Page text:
Disclosure: The reviewer is a member of the Board of Directors of the Cloverdale Playhouse.
An instant hit at the Edinburgh Festival in 1966, Tom Stoppard's absurdist tragicomedy Rosencrantz and Guildenstern Are Dead is now showing at the Cloverdale Playhouse. -- Director Sarah Walker Thornton's ensemble of actors is in top form, turning Shakespeare's Hamlet on its head in delivering Stoppard's witty dialogue with split-second comic timing; and the themes are as resonant today as they were more than 50 years after the play's debut..
Stoppard's conceit is to make two minor characters in Hamlet the focus of his inventive study of the universal existential considerations we all share: our purpose in this life as well as contemplations on our inevitable death.
While this might appear as pretty heady stuff, Stoppard employs many comic devices as Rosencrantz [Jacob Holmberg] and Guildenstern [Marcus Clement] question their condition: they've been summoned to the Danish court, but why? Awaiting answers, they pass the time playing games [much as Vladimir and Estragon do in Samuel Beckett's absurdist masterpiece Waiting for Godot], and are distracted by the appearance of the Player [Mike Winkelman] and his troupe of itinerant actors.
Oh yes, Shakespeare isn't forgotten here. In fact, Stoppard includes a number of verbatim scenes from Hamlet in R&G to flesh out his story and further frustrate his protagonists, much to audience delight. It doesn't hurt to have some knowledge of Shakespeare's original [there is a brief synopsis in the program], but Stoppard's play stands on its own.
Playing on J. Scott Grinstead's evocative "backstage theatre" set, and dressed in Danny Davidson-Cline's fine-tuned comically interpreted "Elizabethan" costumes, Ms. Thornton's acting troupe at the Playhouse take audiences on a two-plus hour romp that makes them exercise both their intellectual and laugh muscles, and invest in the lives of the hapless duo at the center of the action.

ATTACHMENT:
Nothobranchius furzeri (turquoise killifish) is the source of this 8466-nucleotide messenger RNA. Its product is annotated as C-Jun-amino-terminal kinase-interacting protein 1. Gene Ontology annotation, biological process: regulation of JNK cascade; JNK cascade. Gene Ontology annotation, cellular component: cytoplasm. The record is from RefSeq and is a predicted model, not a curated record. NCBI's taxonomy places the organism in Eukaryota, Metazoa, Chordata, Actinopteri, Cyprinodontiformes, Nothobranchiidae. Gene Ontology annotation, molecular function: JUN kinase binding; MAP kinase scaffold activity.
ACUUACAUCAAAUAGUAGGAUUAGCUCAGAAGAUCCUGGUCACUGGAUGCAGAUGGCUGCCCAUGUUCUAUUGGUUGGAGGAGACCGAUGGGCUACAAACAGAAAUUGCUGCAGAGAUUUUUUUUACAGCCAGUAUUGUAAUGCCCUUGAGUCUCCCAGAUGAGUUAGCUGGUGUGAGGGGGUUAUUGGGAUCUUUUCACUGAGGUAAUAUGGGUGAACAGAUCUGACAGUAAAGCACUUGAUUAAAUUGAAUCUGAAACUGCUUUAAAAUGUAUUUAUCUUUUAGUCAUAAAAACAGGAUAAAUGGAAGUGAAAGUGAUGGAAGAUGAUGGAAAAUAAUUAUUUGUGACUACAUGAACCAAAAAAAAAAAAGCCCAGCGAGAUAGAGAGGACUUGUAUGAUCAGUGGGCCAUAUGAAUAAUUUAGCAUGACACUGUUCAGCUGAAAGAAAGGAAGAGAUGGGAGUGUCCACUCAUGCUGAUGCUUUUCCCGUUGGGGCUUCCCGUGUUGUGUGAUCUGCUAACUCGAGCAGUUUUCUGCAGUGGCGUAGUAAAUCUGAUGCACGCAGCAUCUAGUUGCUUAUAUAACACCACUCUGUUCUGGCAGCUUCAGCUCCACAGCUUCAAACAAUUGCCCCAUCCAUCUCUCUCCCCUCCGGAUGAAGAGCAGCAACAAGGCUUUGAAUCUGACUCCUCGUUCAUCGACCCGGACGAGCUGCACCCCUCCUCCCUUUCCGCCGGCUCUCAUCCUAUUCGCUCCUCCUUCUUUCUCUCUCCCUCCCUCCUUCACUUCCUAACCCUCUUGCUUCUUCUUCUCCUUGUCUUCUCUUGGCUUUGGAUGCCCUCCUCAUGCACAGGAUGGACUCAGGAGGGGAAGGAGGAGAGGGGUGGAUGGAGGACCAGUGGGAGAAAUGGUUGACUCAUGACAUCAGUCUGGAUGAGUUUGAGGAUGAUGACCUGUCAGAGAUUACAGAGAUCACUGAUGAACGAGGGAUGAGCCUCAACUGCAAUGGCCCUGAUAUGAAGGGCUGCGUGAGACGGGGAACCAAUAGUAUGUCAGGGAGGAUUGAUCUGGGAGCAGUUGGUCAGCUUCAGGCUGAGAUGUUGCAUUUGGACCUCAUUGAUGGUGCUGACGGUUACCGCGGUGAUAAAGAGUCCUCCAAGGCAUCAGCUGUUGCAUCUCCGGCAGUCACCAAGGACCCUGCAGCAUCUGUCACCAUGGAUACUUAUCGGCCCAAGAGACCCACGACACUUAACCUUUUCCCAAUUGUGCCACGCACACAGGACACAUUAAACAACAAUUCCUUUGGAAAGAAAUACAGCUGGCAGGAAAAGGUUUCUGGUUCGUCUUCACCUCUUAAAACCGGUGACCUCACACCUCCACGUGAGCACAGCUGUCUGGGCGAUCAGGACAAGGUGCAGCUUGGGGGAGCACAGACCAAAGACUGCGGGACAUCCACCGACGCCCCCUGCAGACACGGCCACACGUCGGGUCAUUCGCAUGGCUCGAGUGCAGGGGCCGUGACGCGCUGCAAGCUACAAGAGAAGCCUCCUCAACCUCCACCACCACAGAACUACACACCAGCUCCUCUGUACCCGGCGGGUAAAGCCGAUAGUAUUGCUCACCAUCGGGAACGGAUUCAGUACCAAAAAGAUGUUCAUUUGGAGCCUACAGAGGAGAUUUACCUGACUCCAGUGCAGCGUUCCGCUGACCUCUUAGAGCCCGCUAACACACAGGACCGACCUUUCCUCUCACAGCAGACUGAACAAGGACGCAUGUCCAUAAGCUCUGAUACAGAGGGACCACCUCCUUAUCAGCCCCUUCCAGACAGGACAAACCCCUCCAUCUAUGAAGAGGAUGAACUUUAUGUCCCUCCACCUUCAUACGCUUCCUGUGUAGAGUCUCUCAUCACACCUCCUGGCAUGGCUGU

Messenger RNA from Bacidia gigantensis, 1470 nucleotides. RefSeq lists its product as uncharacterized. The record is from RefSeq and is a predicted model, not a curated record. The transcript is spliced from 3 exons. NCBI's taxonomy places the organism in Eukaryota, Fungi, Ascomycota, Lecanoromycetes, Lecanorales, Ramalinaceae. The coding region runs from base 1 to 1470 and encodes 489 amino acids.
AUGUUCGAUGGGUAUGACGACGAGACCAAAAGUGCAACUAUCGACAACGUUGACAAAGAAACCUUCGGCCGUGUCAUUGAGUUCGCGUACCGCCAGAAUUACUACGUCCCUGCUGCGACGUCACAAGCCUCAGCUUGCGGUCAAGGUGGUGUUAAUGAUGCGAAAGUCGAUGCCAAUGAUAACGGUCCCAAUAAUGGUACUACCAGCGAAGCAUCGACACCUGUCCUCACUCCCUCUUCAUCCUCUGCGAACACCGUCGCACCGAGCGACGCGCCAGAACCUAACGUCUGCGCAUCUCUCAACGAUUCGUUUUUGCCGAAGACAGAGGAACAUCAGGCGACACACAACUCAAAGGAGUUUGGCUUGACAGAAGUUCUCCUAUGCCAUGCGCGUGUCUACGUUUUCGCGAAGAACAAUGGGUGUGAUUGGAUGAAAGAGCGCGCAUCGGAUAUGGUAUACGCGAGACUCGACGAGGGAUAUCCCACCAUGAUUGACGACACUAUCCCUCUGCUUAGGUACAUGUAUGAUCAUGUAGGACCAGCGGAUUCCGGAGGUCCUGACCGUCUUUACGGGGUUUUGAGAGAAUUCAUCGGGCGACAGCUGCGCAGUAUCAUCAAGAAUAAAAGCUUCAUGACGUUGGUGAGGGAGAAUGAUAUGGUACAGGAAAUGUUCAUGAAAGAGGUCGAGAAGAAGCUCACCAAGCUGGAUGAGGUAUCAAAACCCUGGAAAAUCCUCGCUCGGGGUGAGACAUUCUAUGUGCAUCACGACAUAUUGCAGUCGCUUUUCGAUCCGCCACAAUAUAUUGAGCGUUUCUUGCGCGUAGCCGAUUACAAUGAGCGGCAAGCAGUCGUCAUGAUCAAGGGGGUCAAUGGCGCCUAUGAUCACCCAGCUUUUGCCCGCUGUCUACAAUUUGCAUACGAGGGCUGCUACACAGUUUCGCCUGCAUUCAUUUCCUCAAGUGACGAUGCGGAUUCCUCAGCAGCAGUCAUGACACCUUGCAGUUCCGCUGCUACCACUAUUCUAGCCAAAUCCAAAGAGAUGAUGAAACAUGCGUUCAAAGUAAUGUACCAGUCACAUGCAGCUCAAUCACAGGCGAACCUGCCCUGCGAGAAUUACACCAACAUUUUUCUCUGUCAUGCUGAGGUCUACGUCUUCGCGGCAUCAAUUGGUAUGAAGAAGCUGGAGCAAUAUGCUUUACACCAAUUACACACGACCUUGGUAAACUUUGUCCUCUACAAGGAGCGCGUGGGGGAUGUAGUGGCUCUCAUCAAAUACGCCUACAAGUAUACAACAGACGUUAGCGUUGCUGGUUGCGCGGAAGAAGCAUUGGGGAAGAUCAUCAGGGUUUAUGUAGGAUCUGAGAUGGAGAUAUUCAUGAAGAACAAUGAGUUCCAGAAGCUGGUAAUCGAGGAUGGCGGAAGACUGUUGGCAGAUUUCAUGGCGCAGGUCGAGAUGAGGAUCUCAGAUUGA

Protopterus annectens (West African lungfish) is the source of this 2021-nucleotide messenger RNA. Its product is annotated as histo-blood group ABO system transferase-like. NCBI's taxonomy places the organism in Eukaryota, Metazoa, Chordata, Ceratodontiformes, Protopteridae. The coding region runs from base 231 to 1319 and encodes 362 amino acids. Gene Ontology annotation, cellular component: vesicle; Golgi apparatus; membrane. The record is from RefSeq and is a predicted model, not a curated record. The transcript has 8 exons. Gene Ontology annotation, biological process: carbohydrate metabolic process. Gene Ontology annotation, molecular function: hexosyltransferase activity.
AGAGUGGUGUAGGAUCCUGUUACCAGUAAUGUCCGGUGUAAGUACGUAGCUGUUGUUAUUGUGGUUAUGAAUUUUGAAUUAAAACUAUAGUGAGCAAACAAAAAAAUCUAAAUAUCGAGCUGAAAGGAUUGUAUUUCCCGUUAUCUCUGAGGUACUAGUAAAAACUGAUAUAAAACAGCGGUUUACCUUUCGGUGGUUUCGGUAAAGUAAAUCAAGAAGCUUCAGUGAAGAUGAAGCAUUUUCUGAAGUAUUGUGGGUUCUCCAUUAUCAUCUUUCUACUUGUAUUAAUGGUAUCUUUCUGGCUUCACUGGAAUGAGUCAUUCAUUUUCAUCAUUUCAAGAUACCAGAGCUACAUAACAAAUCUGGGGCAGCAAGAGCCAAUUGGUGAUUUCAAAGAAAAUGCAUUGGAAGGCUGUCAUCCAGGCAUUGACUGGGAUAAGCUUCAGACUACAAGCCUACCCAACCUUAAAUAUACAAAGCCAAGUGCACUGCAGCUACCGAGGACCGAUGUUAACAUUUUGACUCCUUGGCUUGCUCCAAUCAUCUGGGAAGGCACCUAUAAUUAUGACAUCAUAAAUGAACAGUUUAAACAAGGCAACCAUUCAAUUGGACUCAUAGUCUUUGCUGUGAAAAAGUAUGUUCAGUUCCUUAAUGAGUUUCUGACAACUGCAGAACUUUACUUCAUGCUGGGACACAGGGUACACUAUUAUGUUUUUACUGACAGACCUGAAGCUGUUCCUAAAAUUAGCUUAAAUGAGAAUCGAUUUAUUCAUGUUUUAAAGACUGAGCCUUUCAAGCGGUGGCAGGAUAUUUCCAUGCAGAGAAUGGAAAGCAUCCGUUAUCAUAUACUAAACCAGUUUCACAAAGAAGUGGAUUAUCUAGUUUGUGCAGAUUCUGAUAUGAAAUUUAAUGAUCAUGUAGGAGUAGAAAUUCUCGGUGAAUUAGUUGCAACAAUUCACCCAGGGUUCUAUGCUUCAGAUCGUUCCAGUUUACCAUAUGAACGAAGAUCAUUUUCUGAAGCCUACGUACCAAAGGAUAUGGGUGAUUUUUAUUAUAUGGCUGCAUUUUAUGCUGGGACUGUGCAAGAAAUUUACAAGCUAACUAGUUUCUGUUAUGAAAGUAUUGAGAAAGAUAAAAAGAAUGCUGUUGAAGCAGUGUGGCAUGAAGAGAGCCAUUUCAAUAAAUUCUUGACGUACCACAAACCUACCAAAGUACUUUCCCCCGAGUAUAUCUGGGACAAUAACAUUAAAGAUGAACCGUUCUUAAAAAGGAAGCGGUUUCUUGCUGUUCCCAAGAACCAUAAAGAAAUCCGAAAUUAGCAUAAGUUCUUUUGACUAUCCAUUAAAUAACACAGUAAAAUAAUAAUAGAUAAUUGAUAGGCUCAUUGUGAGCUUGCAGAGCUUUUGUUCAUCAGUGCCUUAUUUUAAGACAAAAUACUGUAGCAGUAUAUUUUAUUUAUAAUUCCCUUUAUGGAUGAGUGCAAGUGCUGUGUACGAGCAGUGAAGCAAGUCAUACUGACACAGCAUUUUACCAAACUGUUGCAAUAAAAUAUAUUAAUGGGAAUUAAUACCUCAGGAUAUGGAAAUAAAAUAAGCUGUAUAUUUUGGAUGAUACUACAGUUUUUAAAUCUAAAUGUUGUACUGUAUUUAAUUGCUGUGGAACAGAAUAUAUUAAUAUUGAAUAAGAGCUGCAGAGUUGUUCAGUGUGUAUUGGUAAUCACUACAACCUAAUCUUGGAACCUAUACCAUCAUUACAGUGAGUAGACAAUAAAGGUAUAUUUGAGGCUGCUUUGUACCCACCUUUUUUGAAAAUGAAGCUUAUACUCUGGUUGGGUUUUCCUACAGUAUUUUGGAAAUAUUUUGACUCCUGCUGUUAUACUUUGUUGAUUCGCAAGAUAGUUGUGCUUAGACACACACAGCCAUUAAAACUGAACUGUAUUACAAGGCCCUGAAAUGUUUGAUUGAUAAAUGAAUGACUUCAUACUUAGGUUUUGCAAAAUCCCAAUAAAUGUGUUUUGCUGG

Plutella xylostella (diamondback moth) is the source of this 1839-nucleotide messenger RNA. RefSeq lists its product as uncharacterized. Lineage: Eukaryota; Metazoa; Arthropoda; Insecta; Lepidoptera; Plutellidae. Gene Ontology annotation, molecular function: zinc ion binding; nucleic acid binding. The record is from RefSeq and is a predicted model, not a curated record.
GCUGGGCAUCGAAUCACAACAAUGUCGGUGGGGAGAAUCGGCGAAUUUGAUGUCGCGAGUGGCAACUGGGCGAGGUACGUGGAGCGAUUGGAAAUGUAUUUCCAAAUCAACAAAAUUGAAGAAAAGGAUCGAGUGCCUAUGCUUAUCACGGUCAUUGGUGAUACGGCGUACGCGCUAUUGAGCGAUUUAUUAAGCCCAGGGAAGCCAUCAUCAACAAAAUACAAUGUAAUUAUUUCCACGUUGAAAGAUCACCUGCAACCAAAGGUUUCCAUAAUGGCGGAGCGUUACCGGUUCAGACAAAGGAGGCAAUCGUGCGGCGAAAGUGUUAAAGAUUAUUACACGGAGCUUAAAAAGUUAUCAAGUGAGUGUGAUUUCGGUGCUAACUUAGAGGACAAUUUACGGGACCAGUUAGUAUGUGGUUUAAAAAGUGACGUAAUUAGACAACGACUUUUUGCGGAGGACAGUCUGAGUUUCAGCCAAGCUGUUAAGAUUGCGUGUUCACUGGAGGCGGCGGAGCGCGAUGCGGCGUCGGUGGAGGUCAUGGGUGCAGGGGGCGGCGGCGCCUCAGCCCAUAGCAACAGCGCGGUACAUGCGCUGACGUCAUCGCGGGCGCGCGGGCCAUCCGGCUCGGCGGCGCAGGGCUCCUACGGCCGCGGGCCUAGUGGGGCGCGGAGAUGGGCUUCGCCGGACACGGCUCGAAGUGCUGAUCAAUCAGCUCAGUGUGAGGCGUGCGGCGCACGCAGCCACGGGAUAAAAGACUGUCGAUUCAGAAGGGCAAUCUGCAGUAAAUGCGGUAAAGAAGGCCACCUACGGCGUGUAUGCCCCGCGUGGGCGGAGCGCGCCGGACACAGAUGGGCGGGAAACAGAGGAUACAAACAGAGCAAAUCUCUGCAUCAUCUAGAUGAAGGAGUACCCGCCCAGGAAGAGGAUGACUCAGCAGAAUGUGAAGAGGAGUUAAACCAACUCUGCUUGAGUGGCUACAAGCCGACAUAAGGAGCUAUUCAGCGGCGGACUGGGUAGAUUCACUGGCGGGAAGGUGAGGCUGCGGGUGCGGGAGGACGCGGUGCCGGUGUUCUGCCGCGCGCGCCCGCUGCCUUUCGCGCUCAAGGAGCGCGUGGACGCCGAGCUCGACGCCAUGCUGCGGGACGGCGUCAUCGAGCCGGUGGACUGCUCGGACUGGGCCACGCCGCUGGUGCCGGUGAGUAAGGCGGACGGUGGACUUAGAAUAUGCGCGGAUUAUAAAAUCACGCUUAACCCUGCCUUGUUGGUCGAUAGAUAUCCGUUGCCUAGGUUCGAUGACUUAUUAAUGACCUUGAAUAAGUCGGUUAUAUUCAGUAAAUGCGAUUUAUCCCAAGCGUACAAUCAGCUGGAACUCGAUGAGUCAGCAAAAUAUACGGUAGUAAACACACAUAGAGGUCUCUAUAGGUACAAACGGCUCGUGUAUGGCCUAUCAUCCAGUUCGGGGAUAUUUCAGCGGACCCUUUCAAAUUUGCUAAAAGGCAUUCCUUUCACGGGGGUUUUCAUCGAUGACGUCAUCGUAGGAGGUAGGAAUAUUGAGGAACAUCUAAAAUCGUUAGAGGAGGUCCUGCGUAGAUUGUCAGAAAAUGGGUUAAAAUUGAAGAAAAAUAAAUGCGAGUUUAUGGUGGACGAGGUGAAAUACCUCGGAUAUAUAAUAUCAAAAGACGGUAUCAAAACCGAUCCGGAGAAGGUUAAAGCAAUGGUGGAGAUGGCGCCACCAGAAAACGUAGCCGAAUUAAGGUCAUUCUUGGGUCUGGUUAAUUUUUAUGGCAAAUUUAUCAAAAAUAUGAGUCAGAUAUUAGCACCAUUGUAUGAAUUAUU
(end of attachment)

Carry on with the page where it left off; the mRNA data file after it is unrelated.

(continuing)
Mr. Holmberg and Mr. Clement are on-stage virtually the entire running time. Adept at finding the nuances of Stoppard's linguistic genius, and demonstrating enviable comfort with the plot twists and turns the author throws at them, they are one of the best "double-acts" Montgomery is likely to witness. When Mr. Winkelman's expert portrayal of the bombastic Player threatens to steal the show [in a good way as Stoppard intended], they somehow manage to retrieve the audience's attention and support.
Rosencrantz and Guildenstern are insignificant pawns in the political intrigues in Hamlet, but here there stature -- Everyman figures out of their element trying to figure out their place in society and, indeed, in the universe -- becomes the stuff we can all recognize in ourselves. Though their deaths are inevitable [no spoilers here; the title of the play is straightforward], these two fellows make us invest in their predicaments, care about their welfare, and cheer them on till the end.
There are so many laugh-out-loud moments in the Cloverdale Playhouse's Rosencrantz and Guildenstern Are Dead, and so much enjoyment in the visual and linguistic delights on display, that we wish to stay in their company long after the final bows.